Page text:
Seasoning with Oil

How to Season a Cast Iron Skillet

Most cast iron skillets need to be seasoned before their first use.

Corrosion Protection of Cast Iron Skillets

At delivery many cast iron skillets have a so-called corrosion protection. Manufacturers do this to prevent rust. Therefore it is often necessary to remove the corrosion protection before it can be seasoned. You can remove this protection e.g. with the aid of a rinsing brush and a rinsing agent. Whether there is corrosion protection at all on your cast iron skillet and how this can be best removed is usually also highlighted in the enclosed instructions. You should check those instructions in any case.

Ways to Season Cast Iron Skillets

There are severalways of seasoning a cast iron skillet. Following are the simplest and most well known:

  • One possibility is adding a heatable oil in the skillet, for example rapeseed oil, optionally also mixed with salt. Heat until the oil smokes. Then the oil can be poured away and the skillet can be rubbed with the remaining oil using a clean cloth. If necessary you can repeat this procedure, but usually one application is sufficient.
  • Another way of seasoning your cast iron skillet is to add oil until the bottom of the it is covered. Care must be taken to ensure that the oil is highly heatable. The oil should then be boiled up to the smoke point while the skillet is very carefully turned back and forth. Wait for the oil to cool down, then repeat the procedure three or four times. Just like the previous method, this one includes rubbing in the oil with a clean cloth.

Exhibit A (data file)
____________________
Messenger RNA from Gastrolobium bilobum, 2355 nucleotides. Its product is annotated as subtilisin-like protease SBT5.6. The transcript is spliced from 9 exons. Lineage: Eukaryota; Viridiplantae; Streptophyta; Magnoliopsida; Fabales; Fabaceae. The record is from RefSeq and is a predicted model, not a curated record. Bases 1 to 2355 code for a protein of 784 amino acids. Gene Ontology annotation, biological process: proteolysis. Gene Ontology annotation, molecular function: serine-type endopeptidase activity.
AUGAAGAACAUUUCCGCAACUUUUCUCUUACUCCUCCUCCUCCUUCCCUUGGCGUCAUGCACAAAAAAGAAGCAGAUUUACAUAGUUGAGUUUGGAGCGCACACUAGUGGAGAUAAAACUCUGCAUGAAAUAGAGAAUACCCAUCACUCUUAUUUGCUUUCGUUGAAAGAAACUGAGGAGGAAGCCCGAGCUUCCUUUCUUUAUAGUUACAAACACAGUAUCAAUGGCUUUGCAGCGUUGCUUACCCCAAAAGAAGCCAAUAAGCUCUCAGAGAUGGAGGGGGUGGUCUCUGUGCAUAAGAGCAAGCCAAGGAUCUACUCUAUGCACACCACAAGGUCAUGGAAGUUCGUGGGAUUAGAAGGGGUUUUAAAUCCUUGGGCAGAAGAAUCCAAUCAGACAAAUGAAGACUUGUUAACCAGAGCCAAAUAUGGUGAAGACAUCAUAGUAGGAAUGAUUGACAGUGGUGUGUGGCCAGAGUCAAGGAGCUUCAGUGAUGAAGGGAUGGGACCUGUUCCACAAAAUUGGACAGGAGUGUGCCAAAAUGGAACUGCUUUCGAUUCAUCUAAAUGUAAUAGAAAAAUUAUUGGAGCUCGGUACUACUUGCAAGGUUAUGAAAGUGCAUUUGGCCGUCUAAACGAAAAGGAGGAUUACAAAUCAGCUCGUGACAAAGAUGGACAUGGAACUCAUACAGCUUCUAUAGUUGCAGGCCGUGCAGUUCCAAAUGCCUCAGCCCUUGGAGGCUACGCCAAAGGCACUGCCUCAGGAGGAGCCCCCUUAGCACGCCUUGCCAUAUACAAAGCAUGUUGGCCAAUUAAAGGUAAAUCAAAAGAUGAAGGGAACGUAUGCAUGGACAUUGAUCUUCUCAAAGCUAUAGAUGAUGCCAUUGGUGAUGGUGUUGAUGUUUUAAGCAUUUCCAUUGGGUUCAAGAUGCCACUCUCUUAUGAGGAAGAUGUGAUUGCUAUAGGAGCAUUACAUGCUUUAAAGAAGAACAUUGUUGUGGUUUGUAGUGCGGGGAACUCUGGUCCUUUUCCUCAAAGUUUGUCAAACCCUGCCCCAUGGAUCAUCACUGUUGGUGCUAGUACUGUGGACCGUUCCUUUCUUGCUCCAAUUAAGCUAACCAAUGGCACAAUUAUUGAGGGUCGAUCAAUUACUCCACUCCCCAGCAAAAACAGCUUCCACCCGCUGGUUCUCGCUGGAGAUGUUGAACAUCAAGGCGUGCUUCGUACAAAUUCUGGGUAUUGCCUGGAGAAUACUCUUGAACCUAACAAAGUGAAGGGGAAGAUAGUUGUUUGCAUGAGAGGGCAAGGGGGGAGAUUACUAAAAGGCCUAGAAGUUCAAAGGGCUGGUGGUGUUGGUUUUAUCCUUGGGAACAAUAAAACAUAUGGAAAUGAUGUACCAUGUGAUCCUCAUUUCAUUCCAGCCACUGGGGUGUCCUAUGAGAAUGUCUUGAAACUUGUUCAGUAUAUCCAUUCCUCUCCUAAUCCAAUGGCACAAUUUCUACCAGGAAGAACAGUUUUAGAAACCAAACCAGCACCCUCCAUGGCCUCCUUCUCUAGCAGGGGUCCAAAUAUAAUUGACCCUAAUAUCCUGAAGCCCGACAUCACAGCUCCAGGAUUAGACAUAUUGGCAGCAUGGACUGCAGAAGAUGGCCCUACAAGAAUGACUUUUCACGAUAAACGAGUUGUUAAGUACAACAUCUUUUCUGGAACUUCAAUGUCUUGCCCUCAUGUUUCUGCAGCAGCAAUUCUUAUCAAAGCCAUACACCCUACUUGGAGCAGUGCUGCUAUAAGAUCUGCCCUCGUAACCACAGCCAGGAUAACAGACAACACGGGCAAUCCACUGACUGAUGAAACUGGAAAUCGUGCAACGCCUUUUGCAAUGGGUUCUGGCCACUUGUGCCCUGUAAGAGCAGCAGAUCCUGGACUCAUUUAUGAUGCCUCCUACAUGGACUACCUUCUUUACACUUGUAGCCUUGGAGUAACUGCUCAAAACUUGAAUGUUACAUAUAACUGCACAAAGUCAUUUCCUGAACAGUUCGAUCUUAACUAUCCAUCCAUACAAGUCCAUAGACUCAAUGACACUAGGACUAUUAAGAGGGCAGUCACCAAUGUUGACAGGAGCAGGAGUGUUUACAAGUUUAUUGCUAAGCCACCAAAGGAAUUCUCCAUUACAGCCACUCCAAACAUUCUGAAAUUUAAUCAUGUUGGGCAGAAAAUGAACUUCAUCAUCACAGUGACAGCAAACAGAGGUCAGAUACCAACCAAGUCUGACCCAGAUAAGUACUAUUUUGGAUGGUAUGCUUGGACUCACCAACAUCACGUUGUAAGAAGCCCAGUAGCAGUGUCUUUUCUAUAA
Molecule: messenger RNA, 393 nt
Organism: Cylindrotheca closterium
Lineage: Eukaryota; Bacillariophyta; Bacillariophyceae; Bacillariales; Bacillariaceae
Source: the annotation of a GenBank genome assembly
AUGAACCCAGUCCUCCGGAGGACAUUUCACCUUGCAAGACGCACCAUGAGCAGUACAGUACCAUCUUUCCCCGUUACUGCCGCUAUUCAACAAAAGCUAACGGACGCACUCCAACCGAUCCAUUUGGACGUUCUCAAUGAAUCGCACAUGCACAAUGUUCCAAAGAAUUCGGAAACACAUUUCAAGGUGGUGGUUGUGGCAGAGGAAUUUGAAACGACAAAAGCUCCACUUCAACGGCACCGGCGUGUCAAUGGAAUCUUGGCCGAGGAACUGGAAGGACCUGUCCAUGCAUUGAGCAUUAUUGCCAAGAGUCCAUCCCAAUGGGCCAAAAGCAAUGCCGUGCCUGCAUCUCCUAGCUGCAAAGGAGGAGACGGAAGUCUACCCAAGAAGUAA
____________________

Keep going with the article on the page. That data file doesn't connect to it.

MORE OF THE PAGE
• Many chefs are also convinced that the best way of seasoing is by placing a highly heatable oil, salt and potatoes in the skillet and heating them until the potatoes are dark brown to black. When they are, all the ingredients can be removed and the skillet should be rubbed with oil.

Our target for seasoning is achieved when there is a black to dark brown smooth layer on the surface of the skillet.

Keep in mind:

You shouldn’t miss greasing with oil after every use. Otherwise your precious skillet will start to rust. Nowadays many manufacturers deliver pre-seasoned skillets, so this might not be such a big headache for you as you start with your new skillet.

If yours is a pre-seasoned one it should be stated in the accompanying instructions.

Cleaning with a dishwashing detergent or cooking acidic foods may damage the surface of the cast iron skillet. Every time that happens a new seasoning is necessary. You will know when you need to repeat seasoning, because your skillet will lose its non-stickyness.